Do the preparation task first. Then listen to the audio and do the exercises.
Henry: I'd like to thank you both for coming along today. Pam, this is your new book: Taking the blues out of work: How to deal with work-related health problems.
Henry: And Steve, you've just recovered from work burnout, one of the most serious – and common – work-related problems, yes?
Steve: Yes, that's right. I'm in the book! Pam used me as a case study.
Pam: Yes. Steve came along to my clinic for help. He had a serious case of burnout. He followed a course of therapy and …
Steve: … and she helped me to get my health back again.
Henry: Well, that's great. It's good to hear there's a happy ending. Pam, could you tell us what work burnout actually is? Aren't we just talking about stress here? Is there a difference?
Pam: Yes, there is a difference! A very big difference. But that's a good question because most people make the mistake of thinking that burnout is just another word for stress – so I'll start with that. Everyone understands stress. We live in a world where stress is part of our everyday lives. Burnout can be the result of too much stress, but it isn't the same thing. I once heard somebody say that if stress is like drowning in an overload of work, burnout is more like being all dried up. With stress we lose our energy, with burnout we lose much more – our motivation, our hope. And one very important difference between stress and burnout is that we know when we are stressed, but we don't usually realise we are suffering from burnout …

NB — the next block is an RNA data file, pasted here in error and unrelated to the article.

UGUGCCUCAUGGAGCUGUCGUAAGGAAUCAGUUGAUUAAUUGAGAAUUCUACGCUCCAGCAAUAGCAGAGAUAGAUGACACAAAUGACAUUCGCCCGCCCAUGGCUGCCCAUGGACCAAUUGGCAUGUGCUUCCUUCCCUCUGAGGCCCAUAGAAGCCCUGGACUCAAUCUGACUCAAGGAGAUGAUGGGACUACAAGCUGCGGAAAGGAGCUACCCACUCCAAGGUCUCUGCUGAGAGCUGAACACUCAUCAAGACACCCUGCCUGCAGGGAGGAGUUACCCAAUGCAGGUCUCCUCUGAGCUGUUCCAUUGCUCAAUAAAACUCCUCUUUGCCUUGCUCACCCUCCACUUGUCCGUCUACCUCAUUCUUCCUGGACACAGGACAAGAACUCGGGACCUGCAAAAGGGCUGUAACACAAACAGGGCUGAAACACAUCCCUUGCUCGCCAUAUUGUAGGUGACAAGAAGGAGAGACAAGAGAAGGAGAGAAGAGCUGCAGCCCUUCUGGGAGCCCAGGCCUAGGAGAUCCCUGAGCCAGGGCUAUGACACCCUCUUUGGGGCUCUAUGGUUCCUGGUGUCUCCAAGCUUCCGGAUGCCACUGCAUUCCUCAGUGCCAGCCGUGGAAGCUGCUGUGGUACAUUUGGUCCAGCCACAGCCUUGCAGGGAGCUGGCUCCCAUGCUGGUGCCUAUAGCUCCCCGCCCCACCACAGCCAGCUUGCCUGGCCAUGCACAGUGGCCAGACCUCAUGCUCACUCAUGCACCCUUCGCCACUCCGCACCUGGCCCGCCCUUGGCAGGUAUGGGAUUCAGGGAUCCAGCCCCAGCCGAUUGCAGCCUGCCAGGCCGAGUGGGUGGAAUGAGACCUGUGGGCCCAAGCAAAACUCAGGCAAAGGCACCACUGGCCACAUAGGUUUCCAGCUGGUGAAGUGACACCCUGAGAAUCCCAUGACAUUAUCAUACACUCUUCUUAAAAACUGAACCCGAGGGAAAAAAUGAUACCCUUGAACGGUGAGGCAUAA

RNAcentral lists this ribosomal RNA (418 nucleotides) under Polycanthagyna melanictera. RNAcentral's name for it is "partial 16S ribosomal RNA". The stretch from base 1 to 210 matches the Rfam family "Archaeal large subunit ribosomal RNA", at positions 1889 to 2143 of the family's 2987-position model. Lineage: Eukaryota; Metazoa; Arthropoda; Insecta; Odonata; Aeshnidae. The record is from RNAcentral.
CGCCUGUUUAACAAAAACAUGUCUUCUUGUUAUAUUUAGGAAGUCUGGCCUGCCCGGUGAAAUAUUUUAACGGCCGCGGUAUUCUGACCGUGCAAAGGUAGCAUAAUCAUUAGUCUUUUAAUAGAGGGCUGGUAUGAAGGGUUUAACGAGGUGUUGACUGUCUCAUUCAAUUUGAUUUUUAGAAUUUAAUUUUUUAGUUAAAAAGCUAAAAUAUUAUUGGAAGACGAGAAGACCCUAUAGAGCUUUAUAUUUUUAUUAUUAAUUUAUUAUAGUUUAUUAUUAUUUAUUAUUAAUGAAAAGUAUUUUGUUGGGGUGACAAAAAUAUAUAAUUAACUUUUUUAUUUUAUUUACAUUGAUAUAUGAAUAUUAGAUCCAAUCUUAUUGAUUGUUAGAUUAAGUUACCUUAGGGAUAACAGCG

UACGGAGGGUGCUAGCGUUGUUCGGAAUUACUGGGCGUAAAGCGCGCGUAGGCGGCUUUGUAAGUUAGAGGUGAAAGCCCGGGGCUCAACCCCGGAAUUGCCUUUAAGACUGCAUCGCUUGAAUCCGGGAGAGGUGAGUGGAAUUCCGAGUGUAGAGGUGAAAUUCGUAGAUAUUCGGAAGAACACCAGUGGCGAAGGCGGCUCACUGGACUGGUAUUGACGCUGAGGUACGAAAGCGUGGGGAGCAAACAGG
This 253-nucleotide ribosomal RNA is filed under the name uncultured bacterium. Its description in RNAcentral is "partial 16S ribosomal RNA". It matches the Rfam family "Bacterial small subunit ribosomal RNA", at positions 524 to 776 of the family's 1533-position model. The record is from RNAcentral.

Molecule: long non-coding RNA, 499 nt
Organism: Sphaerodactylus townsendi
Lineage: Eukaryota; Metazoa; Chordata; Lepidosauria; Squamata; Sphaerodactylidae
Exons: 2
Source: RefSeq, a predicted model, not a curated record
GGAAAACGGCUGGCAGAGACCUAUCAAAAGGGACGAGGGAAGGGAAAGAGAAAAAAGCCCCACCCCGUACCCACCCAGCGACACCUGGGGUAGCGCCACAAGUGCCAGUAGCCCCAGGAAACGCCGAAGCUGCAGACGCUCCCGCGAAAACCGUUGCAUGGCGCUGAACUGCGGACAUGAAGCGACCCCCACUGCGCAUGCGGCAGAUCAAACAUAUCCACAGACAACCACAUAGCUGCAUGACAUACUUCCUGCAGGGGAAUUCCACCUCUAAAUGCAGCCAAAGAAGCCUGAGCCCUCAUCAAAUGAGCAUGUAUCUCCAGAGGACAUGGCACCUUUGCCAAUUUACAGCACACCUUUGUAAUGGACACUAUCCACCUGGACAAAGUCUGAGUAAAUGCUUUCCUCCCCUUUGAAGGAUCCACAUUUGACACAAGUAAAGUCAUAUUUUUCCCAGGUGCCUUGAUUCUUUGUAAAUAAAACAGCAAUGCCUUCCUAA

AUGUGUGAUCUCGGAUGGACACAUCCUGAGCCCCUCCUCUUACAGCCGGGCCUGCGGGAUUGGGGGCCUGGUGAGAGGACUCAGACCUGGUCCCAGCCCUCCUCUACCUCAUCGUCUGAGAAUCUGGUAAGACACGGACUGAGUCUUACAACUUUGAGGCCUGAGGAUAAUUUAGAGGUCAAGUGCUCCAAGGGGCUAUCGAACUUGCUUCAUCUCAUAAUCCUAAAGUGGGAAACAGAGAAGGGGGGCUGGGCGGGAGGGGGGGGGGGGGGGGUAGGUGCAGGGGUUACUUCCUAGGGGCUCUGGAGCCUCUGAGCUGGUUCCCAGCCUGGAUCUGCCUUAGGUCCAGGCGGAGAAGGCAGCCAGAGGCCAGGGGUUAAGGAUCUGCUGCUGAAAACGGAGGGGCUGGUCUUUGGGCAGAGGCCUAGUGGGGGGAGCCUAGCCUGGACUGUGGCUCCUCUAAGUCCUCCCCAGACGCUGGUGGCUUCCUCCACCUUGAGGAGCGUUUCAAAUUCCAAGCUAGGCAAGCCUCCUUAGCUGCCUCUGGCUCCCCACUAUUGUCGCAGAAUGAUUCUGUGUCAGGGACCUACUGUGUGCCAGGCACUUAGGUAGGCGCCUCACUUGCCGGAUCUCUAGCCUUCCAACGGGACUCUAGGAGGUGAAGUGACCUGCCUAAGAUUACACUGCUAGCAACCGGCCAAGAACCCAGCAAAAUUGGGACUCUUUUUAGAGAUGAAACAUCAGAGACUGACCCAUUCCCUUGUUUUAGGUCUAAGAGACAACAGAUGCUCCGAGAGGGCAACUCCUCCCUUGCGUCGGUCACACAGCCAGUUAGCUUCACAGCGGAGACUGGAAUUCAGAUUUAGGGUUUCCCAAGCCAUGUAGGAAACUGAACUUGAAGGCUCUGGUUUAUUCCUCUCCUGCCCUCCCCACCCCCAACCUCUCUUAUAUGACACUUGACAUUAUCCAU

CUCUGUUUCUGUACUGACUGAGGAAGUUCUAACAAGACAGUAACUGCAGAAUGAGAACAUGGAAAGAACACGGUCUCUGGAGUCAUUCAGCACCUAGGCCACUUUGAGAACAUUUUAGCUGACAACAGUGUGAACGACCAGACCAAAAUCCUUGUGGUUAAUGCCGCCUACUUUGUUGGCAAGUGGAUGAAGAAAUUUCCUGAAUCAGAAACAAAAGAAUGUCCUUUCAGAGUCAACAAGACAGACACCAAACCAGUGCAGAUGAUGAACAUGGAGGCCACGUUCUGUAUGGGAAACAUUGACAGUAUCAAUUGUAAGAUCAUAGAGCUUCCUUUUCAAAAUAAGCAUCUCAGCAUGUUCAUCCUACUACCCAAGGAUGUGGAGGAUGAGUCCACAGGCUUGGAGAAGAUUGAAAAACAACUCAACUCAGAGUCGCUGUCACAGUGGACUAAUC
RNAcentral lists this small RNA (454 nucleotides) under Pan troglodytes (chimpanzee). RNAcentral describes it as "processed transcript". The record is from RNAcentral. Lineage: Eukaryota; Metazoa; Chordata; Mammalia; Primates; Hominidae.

Henry: … until it's too late.
Henry: Steve, how did you know that your problem was more serious than just being stressed?
Steve: Well, I didn't realise myself. Other people realised first. I changed my behaviour and started feeling really negative and cynical about everything. That wasn't me at all. I've always been a happy-go-lucky sort of bloke. It got to the point where I felt so hopeless and depressed that I couldn't even face getting up in the morning. My wife made me an appointment with the doctor. He was helpful and referred me to Pam.
Pam: Steve was lucky to have the support of his family and friends. It's difficult to get better on your own. It's important to do normal things – exercise, socialise, go for a walk, meet a friend for a coffee …
Henry: And did Steve need medication?
Pam: We decided to try with everything else first. Medication can be effective – anti-depressants aren't the same these days as they used to be – but Steve got better without any. In fact, it was something he felt quite strongly about.
Steve: I don't even like taking an aspirin unless I really have to, so I think I made a real effort to listen to Pam and do the things she suggested. I even started meditating!
Pam: Yes, it can really help. It calms the mind and helps to shut out the world's distractions.
Henry: And how are you now, Steve?
Steve: I feel great. Better than I have for years.
Henry: Well, I'm glad to hear it. Now let's talk a bit about … (fade out)